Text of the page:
Once you get near Cobblestone, the river becomes braided and spread out. By all means explore the side channels, but not for too long lest you get behind schedule. You might want to peruse a satellite view before launching, though the routes tend to be pretty obvious once you arrive on site. If the flows are high, it can actually be a quick trip. We did the 16-mile float in about seven hours one May day (at 4,350 cfs), with plenty of stopping.
   Many snakes live in this section, but most are bull or garter, some upwards of four feet.
   While the action here is almost always slower, this length offers a quiet, enjoyable escape with the hope of a 25-incher. 

Darlington Ditch

Darlington (or Darlinton) Ditch is an interesting fishery that serves as a microcosm of Montana flyfishing. Throughout its lifetime, it has been the subject of habitat enhancement, fish stocking, invasive species, access issues, and tremendous trout fishing.
   Darlington is a ditch/tributary of the lower Madison. It is fueled with water via a headgate in summer, but has year-round flow via groundwater, making it unclear whether it is a natural spring creek or manmade ditch (similar to the Bitteroot's Mitchell Slough). The Gallatin Conservation District ruled that it was a ditch by law and not subject to the stream access law, which means it's off limits to anglers. That said, it is legal and accepted for anglers to fish the public stretch within Cobblestone Fishing Access Site boundaries - a rare exception to that law. Fishing Darlington is illegal off the Cobblestone property.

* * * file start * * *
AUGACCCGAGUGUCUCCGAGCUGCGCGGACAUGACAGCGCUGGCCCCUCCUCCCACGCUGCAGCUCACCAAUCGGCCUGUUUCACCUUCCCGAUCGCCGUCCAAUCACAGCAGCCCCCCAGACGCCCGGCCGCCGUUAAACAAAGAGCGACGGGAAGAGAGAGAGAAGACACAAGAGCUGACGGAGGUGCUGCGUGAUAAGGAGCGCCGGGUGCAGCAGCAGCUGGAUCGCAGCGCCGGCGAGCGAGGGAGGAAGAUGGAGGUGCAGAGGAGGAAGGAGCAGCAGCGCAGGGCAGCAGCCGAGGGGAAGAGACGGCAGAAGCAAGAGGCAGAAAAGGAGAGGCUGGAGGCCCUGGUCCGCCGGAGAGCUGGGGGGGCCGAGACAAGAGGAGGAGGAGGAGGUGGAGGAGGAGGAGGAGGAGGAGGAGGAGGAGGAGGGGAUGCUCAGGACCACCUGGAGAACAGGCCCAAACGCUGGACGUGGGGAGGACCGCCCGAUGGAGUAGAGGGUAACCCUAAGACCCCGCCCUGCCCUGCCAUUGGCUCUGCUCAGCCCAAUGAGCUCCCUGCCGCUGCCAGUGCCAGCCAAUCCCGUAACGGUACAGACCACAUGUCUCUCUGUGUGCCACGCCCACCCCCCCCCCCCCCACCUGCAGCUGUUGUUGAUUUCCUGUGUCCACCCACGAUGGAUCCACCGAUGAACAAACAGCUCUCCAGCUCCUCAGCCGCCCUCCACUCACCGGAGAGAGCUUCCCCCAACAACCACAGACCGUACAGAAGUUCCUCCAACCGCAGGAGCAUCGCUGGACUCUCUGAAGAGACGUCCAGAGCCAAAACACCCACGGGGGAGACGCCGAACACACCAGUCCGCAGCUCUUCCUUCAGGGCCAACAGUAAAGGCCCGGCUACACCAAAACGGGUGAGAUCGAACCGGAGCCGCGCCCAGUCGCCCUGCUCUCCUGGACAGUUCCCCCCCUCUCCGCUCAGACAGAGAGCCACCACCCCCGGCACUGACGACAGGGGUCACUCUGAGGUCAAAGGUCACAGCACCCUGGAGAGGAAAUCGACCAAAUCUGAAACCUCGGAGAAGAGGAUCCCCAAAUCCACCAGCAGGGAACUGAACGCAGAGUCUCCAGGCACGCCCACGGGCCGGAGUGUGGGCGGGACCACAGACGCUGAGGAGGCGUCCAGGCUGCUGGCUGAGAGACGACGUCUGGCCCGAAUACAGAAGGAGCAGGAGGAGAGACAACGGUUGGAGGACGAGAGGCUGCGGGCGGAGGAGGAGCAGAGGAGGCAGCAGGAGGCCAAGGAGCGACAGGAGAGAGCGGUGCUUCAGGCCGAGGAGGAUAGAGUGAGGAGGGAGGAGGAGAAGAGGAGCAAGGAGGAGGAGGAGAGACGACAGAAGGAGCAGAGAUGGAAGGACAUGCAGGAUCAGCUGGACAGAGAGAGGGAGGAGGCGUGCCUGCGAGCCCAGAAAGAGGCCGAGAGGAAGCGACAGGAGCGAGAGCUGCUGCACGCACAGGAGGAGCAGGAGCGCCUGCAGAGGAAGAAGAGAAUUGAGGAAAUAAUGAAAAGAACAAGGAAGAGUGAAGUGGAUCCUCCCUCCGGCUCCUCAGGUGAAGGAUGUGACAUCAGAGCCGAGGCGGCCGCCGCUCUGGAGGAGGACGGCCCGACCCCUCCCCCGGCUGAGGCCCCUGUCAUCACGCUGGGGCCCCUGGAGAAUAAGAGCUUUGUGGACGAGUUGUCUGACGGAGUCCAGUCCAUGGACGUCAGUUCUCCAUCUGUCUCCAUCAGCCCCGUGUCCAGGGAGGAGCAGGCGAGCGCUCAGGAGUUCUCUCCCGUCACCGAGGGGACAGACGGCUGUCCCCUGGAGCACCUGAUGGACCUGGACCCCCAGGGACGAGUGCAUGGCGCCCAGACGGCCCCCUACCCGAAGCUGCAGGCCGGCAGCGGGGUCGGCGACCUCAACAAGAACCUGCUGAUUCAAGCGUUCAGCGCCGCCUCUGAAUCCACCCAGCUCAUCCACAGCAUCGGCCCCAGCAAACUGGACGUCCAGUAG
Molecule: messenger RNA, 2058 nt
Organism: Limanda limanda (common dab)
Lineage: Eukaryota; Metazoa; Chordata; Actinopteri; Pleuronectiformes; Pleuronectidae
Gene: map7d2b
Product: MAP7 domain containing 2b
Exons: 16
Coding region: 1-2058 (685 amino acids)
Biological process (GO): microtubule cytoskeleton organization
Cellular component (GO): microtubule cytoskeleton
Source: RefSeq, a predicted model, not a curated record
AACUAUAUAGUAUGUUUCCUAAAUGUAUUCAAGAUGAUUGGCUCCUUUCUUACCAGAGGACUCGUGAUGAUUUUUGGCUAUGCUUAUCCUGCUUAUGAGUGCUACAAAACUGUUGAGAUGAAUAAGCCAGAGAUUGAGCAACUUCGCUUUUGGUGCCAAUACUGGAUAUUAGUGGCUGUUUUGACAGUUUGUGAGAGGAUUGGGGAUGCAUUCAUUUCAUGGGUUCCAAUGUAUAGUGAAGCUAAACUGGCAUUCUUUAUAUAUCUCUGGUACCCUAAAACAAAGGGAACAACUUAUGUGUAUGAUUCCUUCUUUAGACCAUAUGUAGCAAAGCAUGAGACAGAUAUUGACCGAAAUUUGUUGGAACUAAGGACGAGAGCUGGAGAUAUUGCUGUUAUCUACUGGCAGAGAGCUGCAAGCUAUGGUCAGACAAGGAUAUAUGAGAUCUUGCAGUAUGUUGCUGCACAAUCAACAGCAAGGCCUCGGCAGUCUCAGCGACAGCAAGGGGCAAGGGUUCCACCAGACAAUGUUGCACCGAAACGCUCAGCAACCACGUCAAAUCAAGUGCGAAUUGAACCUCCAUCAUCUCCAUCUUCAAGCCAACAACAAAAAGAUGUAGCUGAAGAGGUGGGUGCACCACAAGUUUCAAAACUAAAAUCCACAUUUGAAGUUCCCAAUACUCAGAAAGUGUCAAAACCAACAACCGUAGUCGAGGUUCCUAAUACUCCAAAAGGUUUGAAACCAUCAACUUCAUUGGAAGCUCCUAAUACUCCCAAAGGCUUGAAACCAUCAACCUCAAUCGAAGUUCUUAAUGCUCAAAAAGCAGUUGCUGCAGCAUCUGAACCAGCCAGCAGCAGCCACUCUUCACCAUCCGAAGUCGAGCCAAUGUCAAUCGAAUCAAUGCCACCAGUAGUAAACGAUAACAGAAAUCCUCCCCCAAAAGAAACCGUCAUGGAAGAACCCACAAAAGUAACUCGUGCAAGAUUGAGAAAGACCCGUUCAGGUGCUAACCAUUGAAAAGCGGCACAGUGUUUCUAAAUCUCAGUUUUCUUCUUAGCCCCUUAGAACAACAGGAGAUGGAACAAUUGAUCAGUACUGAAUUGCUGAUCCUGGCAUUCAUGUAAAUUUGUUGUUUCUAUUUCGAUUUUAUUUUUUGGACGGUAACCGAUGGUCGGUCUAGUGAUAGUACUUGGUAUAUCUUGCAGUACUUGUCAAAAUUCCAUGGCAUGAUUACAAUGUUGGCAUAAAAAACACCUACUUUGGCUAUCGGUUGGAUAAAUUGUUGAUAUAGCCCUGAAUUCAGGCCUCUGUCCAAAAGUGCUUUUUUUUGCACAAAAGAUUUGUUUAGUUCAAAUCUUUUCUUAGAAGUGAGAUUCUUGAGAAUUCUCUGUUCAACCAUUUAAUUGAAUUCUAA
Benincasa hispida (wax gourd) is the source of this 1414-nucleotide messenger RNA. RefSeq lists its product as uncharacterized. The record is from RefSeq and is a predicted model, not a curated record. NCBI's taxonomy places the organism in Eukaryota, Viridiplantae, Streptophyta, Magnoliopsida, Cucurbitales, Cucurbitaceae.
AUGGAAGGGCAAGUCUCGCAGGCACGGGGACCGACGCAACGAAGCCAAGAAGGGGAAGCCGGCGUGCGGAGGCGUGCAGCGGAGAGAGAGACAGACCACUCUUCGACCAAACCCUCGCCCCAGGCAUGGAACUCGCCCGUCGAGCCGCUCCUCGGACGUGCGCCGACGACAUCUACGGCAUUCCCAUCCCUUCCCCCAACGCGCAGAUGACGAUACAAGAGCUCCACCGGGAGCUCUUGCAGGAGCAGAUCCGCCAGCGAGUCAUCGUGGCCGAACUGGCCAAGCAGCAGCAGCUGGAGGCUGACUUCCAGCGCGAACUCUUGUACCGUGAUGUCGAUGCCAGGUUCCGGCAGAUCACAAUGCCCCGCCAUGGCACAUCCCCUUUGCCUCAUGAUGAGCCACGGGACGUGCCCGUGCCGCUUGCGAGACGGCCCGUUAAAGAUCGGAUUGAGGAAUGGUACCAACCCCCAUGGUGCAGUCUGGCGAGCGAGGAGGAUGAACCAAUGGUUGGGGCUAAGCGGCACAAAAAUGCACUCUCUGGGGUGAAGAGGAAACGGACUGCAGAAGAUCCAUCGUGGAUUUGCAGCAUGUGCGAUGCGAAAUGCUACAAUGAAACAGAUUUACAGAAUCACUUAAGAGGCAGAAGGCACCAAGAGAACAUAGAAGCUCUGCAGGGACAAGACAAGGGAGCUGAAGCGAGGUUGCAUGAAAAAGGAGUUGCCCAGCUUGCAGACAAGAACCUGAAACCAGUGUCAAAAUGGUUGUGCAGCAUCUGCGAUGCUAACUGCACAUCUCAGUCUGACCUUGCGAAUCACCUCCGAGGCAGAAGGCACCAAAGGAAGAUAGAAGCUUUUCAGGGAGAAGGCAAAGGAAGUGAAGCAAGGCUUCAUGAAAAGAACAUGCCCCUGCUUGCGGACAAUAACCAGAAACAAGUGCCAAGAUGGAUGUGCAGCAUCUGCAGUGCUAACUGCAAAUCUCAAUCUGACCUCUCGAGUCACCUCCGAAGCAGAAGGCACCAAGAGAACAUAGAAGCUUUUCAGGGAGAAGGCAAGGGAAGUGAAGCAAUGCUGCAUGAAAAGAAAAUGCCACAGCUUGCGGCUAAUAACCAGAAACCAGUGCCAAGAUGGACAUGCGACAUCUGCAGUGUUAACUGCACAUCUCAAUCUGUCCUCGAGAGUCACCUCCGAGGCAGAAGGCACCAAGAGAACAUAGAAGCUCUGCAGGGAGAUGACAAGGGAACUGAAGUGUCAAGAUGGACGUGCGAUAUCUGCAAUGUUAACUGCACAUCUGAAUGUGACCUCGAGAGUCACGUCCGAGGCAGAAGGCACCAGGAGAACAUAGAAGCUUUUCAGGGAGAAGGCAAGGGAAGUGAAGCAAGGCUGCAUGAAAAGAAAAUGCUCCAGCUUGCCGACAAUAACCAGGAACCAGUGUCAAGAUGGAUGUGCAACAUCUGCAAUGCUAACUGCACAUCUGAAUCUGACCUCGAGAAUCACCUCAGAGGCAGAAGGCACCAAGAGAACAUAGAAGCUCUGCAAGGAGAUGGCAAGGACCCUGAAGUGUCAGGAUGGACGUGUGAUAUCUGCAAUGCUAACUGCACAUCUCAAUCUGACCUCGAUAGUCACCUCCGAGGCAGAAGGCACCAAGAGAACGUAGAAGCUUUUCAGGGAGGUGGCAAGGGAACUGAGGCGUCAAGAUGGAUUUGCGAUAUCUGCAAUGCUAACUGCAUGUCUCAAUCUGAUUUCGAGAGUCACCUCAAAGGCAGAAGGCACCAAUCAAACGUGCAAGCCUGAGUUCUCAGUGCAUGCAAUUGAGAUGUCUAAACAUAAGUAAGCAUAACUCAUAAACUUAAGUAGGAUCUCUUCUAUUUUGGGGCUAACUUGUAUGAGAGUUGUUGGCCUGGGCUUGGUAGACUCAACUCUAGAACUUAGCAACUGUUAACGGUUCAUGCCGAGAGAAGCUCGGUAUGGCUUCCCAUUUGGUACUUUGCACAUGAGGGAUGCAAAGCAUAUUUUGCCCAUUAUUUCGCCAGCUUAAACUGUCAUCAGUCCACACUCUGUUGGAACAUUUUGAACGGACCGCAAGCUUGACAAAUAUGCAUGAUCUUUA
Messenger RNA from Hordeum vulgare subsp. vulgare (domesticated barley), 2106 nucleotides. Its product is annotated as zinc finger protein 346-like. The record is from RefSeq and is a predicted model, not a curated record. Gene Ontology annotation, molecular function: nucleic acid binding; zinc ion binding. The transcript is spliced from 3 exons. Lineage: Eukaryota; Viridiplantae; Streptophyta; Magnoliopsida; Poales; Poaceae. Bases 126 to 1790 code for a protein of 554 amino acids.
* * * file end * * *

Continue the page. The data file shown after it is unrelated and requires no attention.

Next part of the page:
It is rumored to hold big brown trout, and has proven to hold small brook trout.
   Over the years, multiple fish-habitat enhancement projects have changed the look of Darlington. For years, a perfect sine wave of Trout Unlimited-constructed S-curves meandered through Cobblestone, but the fish didn't take very well. So in 2014, the ditch was again manipulated to make more natural bends and fishy features. It now feels fishier to me, but time will tell if the historically excellent fishing returns. 
   The New Zealand Mud Snail has also penetrated Darlington, but thanks to removal efforts Montana FWP, the signs have been taken down. Regardless, check, clean and dry. Whirling disease has also been found in the Madison River, and who knows what transmittable affliction has yet to be identified.
The Lower Madison is a staple fishery for nearly all Bozeman-area anglers that any area would be proud of. While it may not always be less busy or more fishy than upriver, it's an under-the-radar option that offers separate but equal beauty and excellent fishing.

Hook: Tiemco #2457 or Dai Riki #135 size 16
Head: 3/32-inch beadhead
Thread: Pink or fluorescent orange 6/0
Tail: Fluorescent pink Darlon (I substitute Angora goat hair)
Body: Pink thread with optional wrapped clear tubing
Wingcase: Rainey's Wing Ribbon (or scud back or tinsel or flash)
Thorax: Shrimp Pink UV Ice Dub